to create and own his music. He was the most relaxed, angelic presence. It’s not a façade; his coolness is genuine. To the core,’ she says, slipping into the present tense.

Mvula recalls that she and her friend, singer Lianne La Havas, ‘were down, because we both felt like, “Why aren’t we the cool kids in the charts? And then we realised … we’re the ones at Prince’s party! We might not have got the Brit, but we are here!” ’

Mvula was brought up with two siblings in a musical, church-going household in a suburb of Birmingham. At 18, she enrolled at the Birmingham Conservatoire to study composition, promptly meeting and falling in love with Themba Mvula, a fellow student. They married when she was 23, but divorced last year. She doesn’t want to talk about the divorce, but speaks of him kindly, saying that he’s always been supportive. Her new album The Dreaming Room is clearly a kind of catharsis, both melancholic and uplifting. She says it was harder to complete than her debut album, the bewitching Sing to the Moon. ‘First time around, there were fewer elements, fewer musicians … a case of ignorance is bliss. This time around it was an uphill, glorious struggle. Maybe I feel closer to it for that reason.’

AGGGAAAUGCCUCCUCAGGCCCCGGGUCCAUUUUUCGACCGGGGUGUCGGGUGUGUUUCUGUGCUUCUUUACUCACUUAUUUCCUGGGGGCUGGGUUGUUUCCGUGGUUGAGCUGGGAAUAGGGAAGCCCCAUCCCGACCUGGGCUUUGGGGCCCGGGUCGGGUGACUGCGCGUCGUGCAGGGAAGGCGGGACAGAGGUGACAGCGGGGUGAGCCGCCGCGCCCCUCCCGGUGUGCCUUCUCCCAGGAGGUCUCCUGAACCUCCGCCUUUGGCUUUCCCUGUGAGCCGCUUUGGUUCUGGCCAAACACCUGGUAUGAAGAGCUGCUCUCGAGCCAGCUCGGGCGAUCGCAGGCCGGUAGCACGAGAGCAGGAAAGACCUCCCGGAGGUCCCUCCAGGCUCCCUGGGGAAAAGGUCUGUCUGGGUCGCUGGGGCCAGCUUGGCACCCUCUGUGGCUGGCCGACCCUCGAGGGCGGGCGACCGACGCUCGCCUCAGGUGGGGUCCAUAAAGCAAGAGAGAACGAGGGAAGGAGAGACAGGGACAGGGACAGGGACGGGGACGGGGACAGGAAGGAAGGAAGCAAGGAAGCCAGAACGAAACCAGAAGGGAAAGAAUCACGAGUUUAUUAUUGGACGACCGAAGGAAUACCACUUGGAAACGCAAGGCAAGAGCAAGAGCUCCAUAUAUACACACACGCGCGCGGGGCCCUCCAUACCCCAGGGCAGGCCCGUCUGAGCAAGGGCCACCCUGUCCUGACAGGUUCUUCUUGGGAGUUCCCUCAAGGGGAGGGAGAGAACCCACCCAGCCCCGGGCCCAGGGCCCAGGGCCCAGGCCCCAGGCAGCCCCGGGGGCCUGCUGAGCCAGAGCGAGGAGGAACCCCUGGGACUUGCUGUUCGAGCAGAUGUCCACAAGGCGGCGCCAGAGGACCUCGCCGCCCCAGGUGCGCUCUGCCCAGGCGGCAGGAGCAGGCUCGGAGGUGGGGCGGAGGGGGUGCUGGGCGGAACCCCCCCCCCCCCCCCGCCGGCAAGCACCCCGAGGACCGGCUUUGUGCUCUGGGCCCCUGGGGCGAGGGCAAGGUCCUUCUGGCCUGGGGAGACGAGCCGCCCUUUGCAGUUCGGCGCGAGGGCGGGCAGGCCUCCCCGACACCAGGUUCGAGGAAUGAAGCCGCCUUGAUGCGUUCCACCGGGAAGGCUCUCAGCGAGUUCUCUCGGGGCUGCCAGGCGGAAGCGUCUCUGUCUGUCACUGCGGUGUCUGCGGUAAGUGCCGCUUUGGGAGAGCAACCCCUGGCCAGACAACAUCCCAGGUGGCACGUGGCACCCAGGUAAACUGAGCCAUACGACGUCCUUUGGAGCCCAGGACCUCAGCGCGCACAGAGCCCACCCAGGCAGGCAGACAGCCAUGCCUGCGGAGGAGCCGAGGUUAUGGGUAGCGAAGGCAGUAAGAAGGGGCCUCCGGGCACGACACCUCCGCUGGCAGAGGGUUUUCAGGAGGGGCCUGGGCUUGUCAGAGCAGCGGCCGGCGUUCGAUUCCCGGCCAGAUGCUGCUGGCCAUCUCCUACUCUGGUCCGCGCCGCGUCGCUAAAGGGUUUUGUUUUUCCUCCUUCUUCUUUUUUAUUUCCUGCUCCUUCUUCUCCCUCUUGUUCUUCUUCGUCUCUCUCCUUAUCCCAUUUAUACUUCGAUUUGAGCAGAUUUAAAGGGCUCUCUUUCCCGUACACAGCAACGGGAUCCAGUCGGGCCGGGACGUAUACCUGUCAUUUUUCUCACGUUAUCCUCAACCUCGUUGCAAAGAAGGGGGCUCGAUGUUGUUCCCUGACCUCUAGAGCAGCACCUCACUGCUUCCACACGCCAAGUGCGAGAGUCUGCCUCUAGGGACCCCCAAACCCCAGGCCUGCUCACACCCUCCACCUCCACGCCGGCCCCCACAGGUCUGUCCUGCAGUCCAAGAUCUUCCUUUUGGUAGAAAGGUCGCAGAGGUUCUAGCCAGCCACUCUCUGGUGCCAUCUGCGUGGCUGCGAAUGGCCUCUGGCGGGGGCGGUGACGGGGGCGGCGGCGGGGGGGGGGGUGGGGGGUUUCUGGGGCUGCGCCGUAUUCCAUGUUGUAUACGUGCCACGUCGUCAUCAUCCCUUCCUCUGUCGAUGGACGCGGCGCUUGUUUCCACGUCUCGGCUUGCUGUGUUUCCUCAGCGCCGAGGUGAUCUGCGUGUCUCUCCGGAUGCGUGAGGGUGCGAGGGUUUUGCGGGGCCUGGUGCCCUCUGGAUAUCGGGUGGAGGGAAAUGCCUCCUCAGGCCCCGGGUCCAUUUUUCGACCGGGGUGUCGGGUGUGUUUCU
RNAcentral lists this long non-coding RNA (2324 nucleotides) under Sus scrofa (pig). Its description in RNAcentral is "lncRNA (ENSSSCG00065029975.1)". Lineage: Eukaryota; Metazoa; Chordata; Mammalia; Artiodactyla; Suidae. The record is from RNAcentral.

In ‘People’, she sings, ‘Her skin was a terrible thing to live in.’ I ask about a possible double meaning here. ‘Yes, definitely. When I sing that line, I always think about the literal experience I had when I was young, where kids in infant school wouldn’t hold my hand. You know when they line up the kids and say, “Get a partner, hold hands”? They would say, “No, I’m not holding her hand because I’m scared the brown’s going to rub off.” At that point in my life, being a five- or six-year-old, being taught subconsciously that there’s something not quite right with my skin led me on a very difficult and distorted path in terms of my identity, self-worth and self-esteem. There have been a lot of obstacles. And, of course, weare talking about this [subject] a lot now. Everybody’s talking about the Beyoncé video, which I haven’t even seen. But, I feel glad that at least there is a dialogue now. As people, we need to face things, and not live in denial.’

Looking at Mvula, it’s hard to reconcile the successful, super-intelligent woman with the bleached blonde buzz-cut hair (she cut off her Afro six years ago after being inspired by her shorn-headed
cousin) with the kid nobody wanted to hold hands with. No child is born racist: that any five-year-old should acquire such abhorrent prejudice comes courtesy of the adults who surround it. We talk about role models, and the paucity of black women in film and fashion magazines. ‘I think it’s abominable,’ she says. ‘I spoke out about the Brit Awards, too.’ [Mvula didn’t attend this year’s awards, telling Andrew Marr in February that ‘The problem for me is knowing there are young black kids growing up feeling that they’re not acknowledged in society, in media and in mainstream music.’]